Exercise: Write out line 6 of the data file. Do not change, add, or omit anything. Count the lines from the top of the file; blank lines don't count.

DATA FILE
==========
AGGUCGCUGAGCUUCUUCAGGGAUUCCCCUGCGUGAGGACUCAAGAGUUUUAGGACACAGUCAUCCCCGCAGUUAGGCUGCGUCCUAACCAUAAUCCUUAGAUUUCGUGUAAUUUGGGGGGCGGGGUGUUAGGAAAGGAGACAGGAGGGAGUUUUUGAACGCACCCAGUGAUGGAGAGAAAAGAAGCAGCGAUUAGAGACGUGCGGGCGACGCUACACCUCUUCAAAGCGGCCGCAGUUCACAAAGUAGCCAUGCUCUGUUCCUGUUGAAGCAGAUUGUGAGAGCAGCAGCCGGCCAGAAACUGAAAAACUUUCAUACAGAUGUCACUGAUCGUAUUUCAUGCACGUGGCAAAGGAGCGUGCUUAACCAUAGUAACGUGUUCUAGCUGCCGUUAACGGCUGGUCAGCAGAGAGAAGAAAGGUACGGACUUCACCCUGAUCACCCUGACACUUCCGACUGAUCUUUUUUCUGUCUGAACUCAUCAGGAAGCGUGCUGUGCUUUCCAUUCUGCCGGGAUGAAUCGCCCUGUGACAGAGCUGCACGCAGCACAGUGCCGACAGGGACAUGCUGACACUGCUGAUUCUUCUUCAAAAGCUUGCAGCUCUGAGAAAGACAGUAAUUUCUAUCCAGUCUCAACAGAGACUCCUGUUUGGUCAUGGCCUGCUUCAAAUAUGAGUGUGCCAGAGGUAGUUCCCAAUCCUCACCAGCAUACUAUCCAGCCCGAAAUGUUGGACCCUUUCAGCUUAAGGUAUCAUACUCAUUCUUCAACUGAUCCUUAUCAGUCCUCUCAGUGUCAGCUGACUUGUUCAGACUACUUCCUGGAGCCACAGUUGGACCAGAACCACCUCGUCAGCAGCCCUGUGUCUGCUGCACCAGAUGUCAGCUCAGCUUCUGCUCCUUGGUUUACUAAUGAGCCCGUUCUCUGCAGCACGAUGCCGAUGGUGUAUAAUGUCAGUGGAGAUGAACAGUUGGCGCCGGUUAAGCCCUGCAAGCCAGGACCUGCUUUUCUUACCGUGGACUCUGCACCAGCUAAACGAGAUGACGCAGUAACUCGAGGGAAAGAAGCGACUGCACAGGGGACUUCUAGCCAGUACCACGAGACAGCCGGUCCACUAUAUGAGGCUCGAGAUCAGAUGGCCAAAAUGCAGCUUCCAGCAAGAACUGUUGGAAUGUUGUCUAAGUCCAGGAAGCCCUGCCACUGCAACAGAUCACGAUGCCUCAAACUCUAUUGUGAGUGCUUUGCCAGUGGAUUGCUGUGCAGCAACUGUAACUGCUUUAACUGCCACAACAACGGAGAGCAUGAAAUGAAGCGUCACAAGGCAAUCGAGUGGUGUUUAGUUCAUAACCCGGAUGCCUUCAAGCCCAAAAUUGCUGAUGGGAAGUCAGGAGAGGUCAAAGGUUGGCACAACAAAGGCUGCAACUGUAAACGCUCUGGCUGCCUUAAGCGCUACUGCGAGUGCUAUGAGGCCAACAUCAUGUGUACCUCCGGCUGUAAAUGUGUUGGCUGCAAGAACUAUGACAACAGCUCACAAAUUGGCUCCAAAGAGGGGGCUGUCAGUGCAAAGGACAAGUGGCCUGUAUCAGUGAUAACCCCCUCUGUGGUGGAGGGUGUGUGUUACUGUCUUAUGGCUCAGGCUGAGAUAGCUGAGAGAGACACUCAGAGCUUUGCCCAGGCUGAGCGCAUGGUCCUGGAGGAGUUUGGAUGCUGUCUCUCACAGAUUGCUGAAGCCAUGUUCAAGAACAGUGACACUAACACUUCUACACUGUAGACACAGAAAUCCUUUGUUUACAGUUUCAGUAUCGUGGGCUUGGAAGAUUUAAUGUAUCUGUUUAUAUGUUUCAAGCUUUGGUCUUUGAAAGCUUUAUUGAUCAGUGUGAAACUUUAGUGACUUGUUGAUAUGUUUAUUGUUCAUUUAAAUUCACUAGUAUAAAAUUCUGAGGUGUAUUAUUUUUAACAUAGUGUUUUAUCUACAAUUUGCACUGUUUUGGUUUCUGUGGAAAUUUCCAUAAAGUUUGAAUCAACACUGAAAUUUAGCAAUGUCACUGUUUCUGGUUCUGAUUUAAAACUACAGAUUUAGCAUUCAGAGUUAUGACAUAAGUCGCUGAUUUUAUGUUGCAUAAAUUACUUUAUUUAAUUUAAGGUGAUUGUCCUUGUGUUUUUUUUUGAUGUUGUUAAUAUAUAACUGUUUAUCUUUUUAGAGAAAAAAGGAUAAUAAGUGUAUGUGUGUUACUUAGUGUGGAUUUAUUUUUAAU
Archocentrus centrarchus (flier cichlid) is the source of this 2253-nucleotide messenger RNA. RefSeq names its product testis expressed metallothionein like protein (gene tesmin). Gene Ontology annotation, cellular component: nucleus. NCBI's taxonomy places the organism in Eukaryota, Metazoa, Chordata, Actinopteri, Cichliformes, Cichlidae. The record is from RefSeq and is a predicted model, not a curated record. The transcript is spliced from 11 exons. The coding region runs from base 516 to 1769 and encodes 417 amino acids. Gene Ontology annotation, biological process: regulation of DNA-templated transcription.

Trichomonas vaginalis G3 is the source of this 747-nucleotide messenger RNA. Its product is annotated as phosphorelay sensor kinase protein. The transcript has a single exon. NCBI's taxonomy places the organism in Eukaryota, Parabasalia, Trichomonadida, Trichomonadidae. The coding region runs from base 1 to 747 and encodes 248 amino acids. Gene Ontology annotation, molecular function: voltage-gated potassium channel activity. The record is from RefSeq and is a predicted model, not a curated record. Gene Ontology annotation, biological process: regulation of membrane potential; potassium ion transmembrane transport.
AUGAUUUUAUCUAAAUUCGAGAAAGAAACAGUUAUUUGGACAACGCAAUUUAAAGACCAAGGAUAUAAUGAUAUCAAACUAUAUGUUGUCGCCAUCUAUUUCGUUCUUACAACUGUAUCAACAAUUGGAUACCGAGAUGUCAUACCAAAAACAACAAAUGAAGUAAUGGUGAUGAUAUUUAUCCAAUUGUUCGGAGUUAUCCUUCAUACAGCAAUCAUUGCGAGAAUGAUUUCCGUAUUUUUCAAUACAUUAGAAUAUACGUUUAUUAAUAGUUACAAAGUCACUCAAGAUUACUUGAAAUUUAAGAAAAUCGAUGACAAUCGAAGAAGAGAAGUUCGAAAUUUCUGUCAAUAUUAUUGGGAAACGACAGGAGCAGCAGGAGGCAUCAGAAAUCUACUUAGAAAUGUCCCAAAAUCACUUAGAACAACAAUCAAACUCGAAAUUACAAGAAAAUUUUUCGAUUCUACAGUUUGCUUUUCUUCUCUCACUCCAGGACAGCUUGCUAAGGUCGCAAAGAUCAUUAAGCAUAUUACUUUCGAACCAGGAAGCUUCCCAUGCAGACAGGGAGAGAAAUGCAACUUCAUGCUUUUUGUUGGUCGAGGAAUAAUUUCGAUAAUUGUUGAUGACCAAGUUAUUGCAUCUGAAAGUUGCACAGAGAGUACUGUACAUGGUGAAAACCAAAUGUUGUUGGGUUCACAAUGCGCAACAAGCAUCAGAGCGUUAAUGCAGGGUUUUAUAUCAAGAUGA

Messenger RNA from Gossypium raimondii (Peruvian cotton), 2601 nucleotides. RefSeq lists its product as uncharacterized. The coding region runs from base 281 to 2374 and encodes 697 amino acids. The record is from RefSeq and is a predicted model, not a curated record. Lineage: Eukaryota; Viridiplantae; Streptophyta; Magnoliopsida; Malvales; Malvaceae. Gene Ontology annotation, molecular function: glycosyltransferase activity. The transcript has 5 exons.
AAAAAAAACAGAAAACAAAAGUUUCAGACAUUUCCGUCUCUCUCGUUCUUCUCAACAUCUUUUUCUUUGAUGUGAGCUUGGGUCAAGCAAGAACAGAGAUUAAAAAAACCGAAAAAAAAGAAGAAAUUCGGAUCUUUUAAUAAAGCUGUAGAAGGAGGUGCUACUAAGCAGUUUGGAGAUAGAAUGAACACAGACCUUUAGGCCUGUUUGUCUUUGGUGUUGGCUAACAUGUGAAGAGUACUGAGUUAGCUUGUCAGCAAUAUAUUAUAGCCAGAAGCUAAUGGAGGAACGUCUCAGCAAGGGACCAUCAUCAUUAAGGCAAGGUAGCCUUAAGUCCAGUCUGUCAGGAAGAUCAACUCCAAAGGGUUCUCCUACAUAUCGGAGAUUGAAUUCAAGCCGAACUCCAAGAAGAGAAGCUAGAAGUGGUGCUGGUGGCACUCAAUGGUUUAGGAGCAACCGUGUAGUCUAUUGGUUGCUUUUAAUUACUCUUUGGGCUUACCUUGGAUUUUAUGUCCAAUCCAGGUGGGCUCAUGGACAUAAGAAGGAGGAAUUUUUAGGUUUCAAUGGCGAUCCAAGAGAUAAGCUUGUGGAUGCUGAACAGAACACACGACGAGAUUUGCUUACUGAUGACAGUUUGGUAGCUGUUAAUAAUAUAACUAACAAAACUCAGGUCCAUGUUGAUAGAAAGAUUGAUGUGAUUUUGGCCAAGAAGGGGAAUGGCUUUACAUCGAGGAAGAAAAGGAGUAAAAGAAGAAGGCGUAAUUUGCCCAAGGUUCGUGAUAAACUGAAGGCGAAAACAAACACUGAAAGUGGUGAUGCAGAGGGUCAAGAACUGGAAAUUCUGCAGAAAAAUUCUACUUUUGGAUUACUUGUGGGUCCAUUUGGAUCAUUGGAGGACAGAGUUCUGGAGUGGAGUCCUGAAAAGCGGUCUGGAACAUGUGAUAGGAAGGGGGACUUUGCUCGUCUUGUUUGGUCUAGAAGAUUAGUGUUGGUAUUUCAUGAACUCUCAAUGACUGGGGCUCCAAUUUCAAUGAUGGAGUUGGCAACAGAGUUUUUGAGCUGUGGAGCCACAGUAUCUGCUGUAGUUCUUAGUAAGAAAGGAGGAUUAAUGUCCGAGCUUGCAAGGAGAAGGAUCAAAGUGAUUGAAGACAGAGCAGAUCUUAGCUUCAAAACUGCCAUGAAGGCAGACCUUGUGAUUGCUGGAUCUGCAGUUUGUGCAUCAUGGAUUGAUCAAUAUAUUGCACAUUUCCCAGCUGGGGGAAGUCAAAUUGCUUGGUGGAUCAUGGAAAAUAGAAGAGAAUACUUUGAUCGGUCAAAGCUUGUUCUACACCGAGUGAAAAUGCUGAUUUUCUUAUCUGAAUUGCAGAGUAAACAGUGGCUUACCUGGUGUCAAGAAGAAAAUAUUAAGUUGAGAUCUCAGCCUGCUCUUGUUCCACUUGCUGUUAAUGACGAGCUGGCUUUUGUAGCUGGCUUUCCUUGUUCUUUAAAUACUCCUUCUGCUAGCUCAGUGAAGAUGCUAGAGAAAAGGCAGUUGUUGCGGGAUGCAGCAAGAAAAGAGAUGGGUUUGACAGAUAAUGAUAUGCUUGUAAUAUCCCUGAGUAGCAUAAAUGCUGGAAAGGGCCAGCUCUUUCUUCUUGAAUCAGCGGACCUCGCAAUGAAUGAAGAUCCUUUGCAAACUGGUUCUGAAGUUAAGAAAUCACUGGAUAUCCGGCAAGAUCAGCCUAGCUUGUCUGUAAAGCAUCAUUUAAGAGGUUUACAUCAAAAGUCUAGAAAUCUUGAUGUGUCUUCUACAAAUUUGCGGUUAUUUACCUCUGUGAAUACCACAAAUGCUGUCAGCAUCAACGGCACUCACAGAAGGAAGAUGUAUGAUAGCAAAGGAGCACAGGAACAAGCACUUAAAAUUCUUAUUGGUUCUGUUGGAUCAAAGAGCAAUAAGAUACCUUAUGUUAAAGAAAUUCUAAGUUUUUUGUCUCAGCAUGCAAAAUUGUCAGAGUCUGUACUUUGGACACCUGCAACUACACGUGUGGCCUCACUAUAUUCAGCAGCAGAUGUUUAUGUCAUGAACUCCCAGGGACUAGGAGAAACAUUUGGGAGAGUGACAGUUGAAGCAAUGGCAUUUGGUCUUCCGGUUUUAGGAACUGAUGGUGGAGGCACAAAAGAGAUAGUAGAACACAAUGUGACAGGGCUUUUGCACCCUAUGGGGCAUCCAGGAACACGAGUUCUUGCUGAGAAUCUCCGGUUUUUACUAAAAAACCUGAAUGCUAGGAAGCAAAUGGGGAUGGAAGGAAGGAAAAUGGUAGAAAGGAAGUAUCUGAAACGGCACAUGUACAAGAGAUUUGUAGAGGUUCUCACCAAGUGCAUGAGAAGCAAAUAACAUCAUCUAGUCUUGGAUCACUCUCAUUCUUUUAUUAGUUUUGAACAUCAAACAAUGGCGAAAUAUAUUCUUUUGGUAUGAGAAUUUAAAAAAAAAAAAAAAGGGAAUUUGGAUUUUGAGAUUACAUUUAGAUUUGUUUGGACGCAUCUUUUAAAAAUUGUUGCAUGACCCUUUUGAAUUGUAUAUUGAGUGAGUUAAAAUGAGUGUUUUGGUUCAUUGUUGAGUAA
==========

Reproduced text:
AAAAAAAACAGAAAACAAAAGUUUCAGACAUUUCCGUCUCUCUCGUUCUUCUCAACAUCUUUUUCUUUGAUGUGAGCUUGGGUCAAGCAAGAACAGAGAUUAAAAAAACCGAAAAAAAAGAAGAAAUUCGGAUCUUUUAAUAAAGCUGUAGAAGGAGGUGCUACUAAGCAGUUUGGAGAUAGAAUGAACACAGACCUUUAGGCCUGUUUGUCUUUGGUGUUGGCUAACAUGUGAAGAGUACUGAGUUAGCUUGUCAGCAAUAUAUUAUAGCCAGAAGCUAAUGGAGGAACGUCUCAGCAAGGGACCAUCAUCAUUAAGGCAAGGUAGCCUUAAGUCCAGUCUGUCAGGAAGAUCAACUCCAAAGGGUUCUCCUACAUAUCGGAGAUUGAAUUCAAGCCGAACUCCAAGAAGAGAAGCUAGAAGUGGUGCUGGUGGCACUCAAUGGUUUAGGAGCAACCGUGUAGUCUAUUGGUUGCUUUUAAUUACUCUUUGGGCUUACCUUGGAUUUUAUGUCCAAUCCAGGUGGGCUCAUGGACAUAAGAAGGAGGAAUUUUUAGGUUUCAAUGGCGAUCCAAGAGAUAAGCUUGUGGAUGCUGAACAGAACACACGACGAGAUUUGCUUACUGAUGACAGUUUGGUAGCUGUUAAUAAUAUAACUAACAAAACUCAGGUCCAUGUUGAUAGAAAGAUUGAUGUGAUUUUGGCCAAGAAGGGGAAUGGCUUUACAUCGAGGAAGAAAAGGAGUAAAAGAAGAAGGCGUAAUUUGCCCAAGGUUCGUGAUAAACUGAAGGCGAAAACAAACACUGAAAGUGGUGAUGCAGAGGGUCAAGAACUGGAAAUUCUGCAGAAAAAUUCUACUUUUGGAUUACUUGUGGGUCCAUUUGGAUCAUUGGAGGACAGAGUUCUGGAGUGGAGUCCUGAAAAGCGGUCUGGAACAUGUGAUAGGAAGGGGGACUUUGCUCGUCUUGUUUGGUCUAGAAGAUUAGUGUUGGUAUUUCAUGAACUCUCAAUGACUGGGGCUCCAAUUUCAAUGAUGGAGUUGGCAACAGAGUUUUUGAGCUGUGGAGCCACAGUAUCUGCUGUAGUUCUUAGUAAGAAAGGAGGAUUAAUGUCCGAGCUUGCAAGGAGAAGGAUCAAAGUGAUUGAAGACAGAGCAGAUCUUAGCUUCAAAACUGCCAUGAAGGCAGACCUUGUGAUUGCUGGAUCUGCAGUUUGUGCAUCAUGGAUUGAUCAAUAUAUUGCACAUUUCCCAGCUGGGGGAAGUCAAAUUGCUUGGUGGAUCAUGGAAAAUAGAAGAGAAUACUUUGAUCGGUCAAAGCUUGUUCUACACCGAGUGAAAAUGCUGAUUUUCUUAUCUGAAUUGCAGAGUAAACAGUGGCUUACCUGGUGUCAAGAAGAAAAUAUUAAGUUGAGAUCUCAGCCUGCUCUUGUUCCACUUGCUGUUAAUGACGAGCUGGCUUUUGUAGCUGGCUUUCCUUGUUCUUUAAAUACUCCUUCUGCUAGCUCAGUGAAGAUGCUAGAGAAAAGGCAGUUGUUGCGGGAUGCAGCAAGAAAAGAGAUGGGUUUGACAGAUAAUGAUAUGCUUGUAAUAUCCCUGAGUAGCAUAAAUGCUGGAAAGGGCCAGCUCUUUCUUCUUGAAUCAGCGGACCUCGCAAUGAAUGAAGAUCCUUUGCAAACUGGUUCUGAAGUUAAGAAAUCACUGGAUAUCCGGCAAGAUCAGCCUAGCUUGUCUGUAAAGCAUCAUUUAAGAGGUUUACAUCAAAAGUCUAGAAAUCUUGAUGUGUCUUCUACAAAUUUGCGGUUAUUUACCUCUGUGAAUACCACAAAUGCUGUCAGCAUCAACGGCACUCACAGAAGGAAGAUGUAUGAUAGCAAAGGAGCACAGGAACAAGCACUUAAAAUUCUUAUUGGUUCUGUUGGAUCAAAGAGCAAUAAGAUACCUUAUGUUAAAGAAAUUCUAAGUUUUUUGUCUCAGCAUGCAAAAUUGUCAGAGUCUGUACUUUGGACACCUGCAACUACACGUGUGGCCUCACUAUAUUCAGCAGCAGAUGUUUAUGUCAUGAACUCCCAGGGACUAGGAGAAACAUUUGGGAGAGUGACAGUUGAAGCAAUGGCAUUUGGUCUUCCGGUUUUAGGAACUGAUGGUGGAGGCACAAAAGAGAUAGUAGAACACAAUGUGACAGGGCUUUUGCACCCUAUGGGGCAUCCAGGAACACGAGUUCUUGCUGAGAAUCUCCGGUUUUUACUAAAAAACCUGAAUGCUAGGAAGCAAAUGGGGAUGGAAGGAAGGAAAAUGGUAGAAAGGAAGUAUCUGAAACGGCACAUGUACAAGAGAUUUGUAGAGGUUCUCACCAAGUGCAUGAGAAGCAAAUAACAUCAUCUAGUCUUGGAUCACUCUCAUUCUUUUAUUAGUUUUGAACAUCAAACAAUGGCGAAAUAUAUUCUUUUGGUAUGAGAAUUUAAAAAAAAAAAAAAAGGGAAUUUGGAUUUUGAGAUUACAUUUAGAUUUGUUUGGACGCAUCUUUUAAAAAUUGUUGCAUGACCCUUUUGAAUUGUAUAUUGAGUGAGUUAAAAUGAGUGUUUUGGUUCAUUGUUGAGUAA